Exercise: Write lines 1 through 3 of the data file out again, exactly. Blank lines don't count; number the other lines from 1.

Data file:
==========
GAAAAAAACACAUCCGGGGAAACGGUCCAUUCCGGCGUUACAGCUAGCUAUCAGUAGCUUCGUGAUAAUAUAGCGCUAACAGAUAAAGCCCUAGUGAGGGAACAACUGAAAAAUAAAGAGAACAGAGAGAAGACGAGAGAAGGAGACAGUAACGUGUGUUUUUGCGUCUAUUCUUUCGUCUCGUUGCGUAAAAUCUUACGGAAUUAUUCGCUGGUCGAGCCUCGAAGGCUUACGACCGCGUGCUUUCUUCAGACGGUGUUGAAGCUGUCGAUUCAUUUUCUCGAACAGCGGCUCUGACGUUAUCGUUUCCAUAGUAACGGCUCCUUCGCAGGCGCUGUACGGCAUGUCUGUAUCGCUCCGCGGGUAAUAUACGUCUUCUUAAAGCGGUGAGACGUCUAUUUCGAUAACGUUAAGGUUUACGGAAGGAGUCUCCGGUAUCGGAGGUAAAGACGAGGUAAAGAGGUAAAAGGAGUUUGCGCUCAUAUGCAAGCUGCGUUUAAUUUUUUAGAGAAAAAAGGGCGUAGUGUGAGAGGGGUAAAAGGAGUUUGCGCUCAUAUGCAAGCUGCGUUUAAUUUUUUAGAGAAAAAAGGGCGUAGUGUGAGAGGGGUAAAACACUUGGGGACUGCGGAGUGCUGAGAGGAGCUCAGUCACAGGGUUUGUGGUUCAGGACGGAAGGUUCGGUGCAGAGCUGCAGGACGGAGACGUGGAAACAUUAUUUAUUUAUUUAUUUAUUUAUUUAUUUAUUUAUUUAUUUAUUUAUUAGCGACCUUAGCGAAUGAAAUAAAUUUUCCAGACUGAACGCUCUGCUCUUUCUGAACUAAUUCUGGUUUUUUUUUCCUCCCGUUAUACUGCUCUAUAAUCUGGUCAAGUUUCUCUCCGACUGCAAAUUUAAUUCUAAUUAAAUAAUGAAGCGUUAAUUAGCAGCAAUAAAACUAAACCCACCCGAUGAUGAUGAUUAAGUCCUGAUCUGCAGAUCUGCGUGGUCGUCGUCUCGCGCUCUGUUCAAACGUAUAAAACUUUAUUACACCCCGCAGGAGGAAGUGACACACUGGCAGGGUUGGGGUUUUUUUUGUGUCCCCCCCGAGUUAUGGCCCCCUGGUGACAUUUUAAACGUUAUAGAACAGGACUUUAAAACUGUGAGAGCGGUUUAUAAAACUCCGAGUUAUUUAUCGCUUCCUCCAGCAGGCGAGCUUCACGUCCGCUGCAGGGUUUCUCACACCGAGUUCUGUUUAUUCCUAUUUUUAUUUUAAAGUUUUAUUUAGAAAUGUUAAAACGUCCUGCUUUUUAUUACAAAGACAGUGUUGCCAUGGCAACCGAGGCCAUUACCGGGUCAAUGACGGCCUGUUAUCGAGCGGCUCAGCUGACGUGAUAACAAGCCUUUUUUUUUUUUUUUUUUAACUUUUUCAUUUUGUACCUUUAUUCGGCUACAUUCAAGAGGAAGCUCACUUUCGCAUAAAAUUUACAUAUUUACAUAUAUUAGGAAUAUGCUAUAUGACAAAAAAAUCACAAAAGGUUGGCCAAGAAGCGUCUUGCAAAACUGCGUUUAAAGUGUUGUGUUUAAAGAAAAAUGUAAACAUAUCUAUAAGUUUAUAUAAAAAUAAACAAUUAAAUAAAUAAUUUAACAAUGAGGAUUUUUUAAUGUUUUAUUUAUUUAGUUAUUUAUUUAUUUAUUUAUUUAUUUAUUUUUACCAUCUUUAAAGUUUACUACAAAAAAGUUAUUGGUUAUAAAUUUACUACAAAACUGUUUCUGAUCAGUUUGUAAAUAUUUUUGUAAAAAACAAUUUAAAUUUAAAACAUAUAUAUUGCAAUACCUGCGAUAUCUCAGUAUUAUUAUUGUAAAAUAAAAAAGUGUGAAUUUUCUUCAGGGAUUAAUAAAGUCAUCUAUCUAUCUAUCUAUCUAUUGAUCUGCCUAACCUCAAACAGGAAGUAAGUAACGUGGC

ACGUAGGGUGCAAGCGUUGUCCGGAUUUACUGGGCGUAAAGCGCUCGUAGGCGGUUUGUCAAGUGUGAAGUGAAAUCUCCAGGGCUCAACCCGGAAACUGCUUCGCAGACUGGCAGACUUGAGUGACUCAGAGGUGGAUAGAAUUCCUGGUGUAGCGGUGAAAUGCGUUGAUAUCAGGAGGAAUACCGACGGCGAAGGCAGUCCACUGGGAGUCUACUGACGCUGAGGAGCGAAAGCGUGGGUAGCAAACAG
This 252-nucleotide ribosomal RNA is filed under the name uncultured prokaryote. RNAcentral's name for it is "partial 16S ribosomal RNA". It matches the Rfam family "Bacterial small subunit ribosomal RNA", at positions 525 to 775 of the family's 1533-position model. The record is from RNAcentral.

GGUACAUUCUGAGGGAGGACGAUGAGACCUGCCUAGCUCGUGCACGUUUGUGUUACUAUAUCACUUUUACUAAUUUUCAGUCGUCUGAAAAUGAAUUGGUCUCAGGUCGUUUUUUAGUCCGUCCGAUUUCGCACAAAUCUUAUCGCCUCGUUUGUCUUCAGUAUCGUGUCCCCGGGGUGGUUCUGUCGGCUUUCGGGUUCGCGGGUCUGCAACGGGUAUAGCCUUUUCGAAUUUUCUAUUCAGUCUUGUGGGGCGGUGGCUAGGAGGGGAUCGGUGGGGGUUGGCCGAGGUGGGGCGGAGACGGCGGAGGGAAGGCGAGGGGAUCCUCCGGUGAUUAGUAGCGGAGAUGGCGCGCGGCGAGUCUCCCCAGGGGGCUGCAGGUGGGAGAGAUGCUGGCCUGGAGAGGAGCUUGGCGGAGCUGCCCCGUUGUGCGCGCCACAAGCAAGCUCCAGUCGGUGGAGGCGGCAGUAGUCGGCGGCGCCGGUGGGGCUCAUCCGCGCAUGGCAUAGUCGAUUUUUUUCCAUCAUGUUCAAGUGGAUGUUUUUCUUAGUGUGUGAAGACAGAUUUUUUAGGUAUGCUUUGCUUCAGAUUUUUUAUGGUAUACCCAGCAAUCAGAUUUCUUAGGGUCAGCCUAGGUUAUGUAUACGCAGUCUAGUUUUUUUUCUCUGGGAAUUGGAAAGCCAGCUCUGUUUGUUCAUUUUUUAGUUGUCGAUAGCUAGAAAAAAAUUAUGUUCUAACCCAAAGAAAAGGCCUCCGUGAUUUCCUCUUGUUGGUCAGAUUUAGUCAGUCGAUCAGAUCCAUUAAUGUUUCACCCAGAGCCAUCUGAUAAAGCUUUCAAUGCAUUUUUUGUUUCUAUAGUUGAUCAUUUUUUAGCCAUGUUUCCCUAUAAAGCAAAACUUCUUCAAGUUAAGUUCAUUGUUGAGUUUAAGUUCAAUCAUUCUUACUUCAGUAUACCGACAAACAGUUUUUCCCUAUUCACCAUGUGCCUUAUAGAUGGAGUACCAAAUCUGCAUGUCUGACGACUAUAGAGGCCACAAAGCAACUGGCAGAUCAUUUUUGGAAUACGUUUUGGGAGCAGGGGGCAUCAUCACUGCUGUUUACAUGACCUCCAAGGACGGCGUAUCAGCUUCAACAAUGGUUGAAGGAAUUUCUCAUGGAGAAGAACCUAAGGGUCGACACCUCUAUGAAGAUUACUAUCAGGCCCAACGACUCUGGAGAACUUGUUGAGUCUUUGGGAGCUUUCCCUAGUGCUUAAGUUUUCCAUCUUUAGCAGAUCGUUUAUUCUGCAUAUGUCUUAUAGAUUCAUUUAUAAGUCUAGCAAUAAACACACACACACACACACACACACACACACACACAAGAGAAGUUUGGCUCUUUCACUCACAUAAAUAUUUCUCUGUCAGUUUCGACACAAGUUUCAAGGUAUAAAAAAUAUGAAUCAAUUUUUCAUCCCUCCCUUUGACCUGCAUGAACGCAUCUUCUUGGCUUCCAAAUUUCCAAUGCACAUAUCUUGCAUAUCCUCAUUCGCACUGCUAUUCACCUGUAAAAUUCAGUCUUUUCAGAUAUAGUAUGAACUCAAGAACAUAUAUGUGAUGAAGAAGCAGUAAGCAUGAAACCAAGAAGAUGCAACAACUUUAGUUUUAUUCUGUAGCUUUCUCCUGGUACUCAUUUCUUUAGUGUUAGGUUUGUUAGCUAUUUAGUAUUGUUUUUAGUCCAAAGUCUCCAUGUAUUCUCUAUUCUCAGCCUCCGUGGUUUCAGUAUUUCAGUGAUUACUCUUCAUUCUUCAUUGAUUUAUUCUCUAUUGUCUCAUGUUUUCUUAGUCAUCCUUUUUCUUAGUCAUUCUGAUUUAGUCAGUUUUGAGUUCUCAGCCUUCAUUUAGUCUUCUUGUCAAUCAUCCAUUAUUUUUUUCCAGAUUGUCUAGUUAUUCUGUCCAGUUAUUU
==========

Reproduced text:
GAAAAAAACACAUCCGGGGAAACGGUCCAUUCCGGCGUUACAGCUAGCUAUCAGUAGCUUCGUGAUAAUAUAGCGCUAACAGAUAAAGCCCUAGUGAGGGAACAACUGAAAAAUAAAGAGAACAGAGAGAAGACGAGAGAAGGAGACAGUAACGUGUGUUUUUGCGUCUAUUCUUUCGUCUCGUUGCGUAAAAUCUUACGGAAUUAUUCGCUGGUCGAGCCUCGAAGGCUUACGACCGCGUGCUUUCUUCAGACGGUGUUGAAGCUGUCGAUUCAUUUUCUCGAACAGCGGCUCUGACGUUAUCGUUUCCAUAGUAACGGCUCCUUCGCAGGCGCUGUACGGCAUGUCUGUAUCGCUCCGCGGGUAAUAUACGUCUUCUUAAAGCGGUGAGACGUCUAUUUCGAUAACGUUAAGGUUUACGGAAGGAGUCUCCGGUAUCGGAGGUAAAGACGAGGUAAAGAGGUAAAAGGAGUUUGCGCUCAUAUGCAAGCUGCGUUUAAUUUUUUAGAGAAAAAAGGGCGUAGUGUGAGAGGGGUAAAAGGAGUUUGCGCUCAUAUGCAAGCUGCGUUUAAUUUUUUAGAGAAAAAAGGGCGUAGUGUGAGAGGGGUAAAACACUUGGGGACUGCGGAGUGCUGAGAGGAGCUCAGUCACAGGGUUUGUGGUUCAGGACGGAAGGUUCGGUGCAGAGCUGCAGGACGGAGACGUGGAAACAUUAUUUAUUUAUUUAUUUAUUUAUUUAUUUAUUUAUUUAUUUAUUUAUUAGCGACCUUAGCGAAUGAAAUAAAUUUUCCAGACUGAACGCUCUGCUCUUUCUGAACUAAUUCUGGUUUUUUUUUCCUCCCGUUAUACUGCUCUAUAAUCUGGUCAAGUUUCUCUCCGACUGCAAAUUUAAUUCUAAUUAAAUAAUGAAGCGUUAAUUAGCAGCAAUAAAACUAAACCCACCCGAUGAUGAUGAUUAAGUCCUGAUCUGCAGAUCUGCGUGGUCGUCGUCUCGCGCUCUGUUCAAACGUAUAAAACUUUAUUACACCCCGCAGGAGGAAGUGACACACUGGCAGGGUUGGGGUUUUUUUUGUGUCCCCCCCGAGUUAUGGCCCCCUGGUGACAUUUUAAACGUUAUAGAACAGGACUUUAAAACUGUGAGAGCGGUUUAUAAAACUCCGAGUUAUUUAUCGCUUCCUCCAGCAGGCGAGCUUCACGUCCGCUGCAGGGUUUCUCACACCGAGUUCUGUUUAUUCCUAUUUUUAUUUUAAAGUUUUAUUUAGAAAUGUUAAAACGUCCUGCUUUUUAUUACAAAGACAGUGUUGCCAUGGCAACCGAGGCCAUUACCGGGUCAAUGACGGCCUGUUAUCGAGCGGCUCAGCUGACGUGAUAACAAGCCUUUUUUUUUUUUUUUUUUAACUUUUUCAUUUUGUACCUUUAUUCGGCUACAUUCAAGAGGAAGCUCACUUUCGCAUAAAAUUUACAUAUUUACAUAUAUUAGGAAUAUGCUAUAUGACAAAAAAAUCACAAAAGGUUGGCCAAGAAGCGUCUUGCAAAACUGCGUUUAAAGUGUUGUGUUUAAAGAAAAAUGUAAACAUAUCUAUAAGUUUAUAUAAAAAUAAACAAUUAAAUAAAUAAUUUAACAAUGAGGAUUUUUUAAUGUUUUAUUUAUUUAGUUAUUUAUUUAUUUAUUUAUUUAUUUAUUUUUACCAUCUUUAAAGUUUACUACAAAAAAGUUAUUGGUUAUAAAUUUACUACAAAACUGUUUCUGAUCAGUUUGUAAAUAUUUUUGUAAAAAACAAUUUAAAUUUAAAACAUAUAUAUUGCAAUACCUGCGAUAUCUCAGUAUUAUUAUUGUAAAAUAAAAAAGUGUGAAUUUUCUUCAGGGAUUAAUAAAGUCAUCUAUCUAUCUAUCUAUCUAUUGAUCUGCCUAACCUCAAACAGGAAGUAAGUAACGUGGC

ACGUAGGGUGCAAGCGUUGUCCGGAUUUACUGGGCGUAAAGCGCUCGUAGGCGGUUUGUCAAGUGUGAAGUGAAAUCUCCAGGGCUCAACCCGGAAACUGCUUCGCAGACUGGCAGACUUGAGUGACUCAGAGGUGGAUAGAAUUCCUGGUGUAGCGGUGAAAUGCGUUGAUAUCAGGAGGAAUACCGACGGCGAAGGCAGUCCACUGGGAGUCUACUGACGCUGAGGAGCGAAAGCGUGGGUAGCAAACAG
This 252-nucleotide ribosomal RNA is filed under the name uncultured prokaryote. RNAcentral's name for it is "partial 16S ribosomal RNA". It matches the Rfam family "Bacterial small subunit ribosomal RNA", at positions 525 to 775 of the family's 1533-position model. The record is from RNAcentral.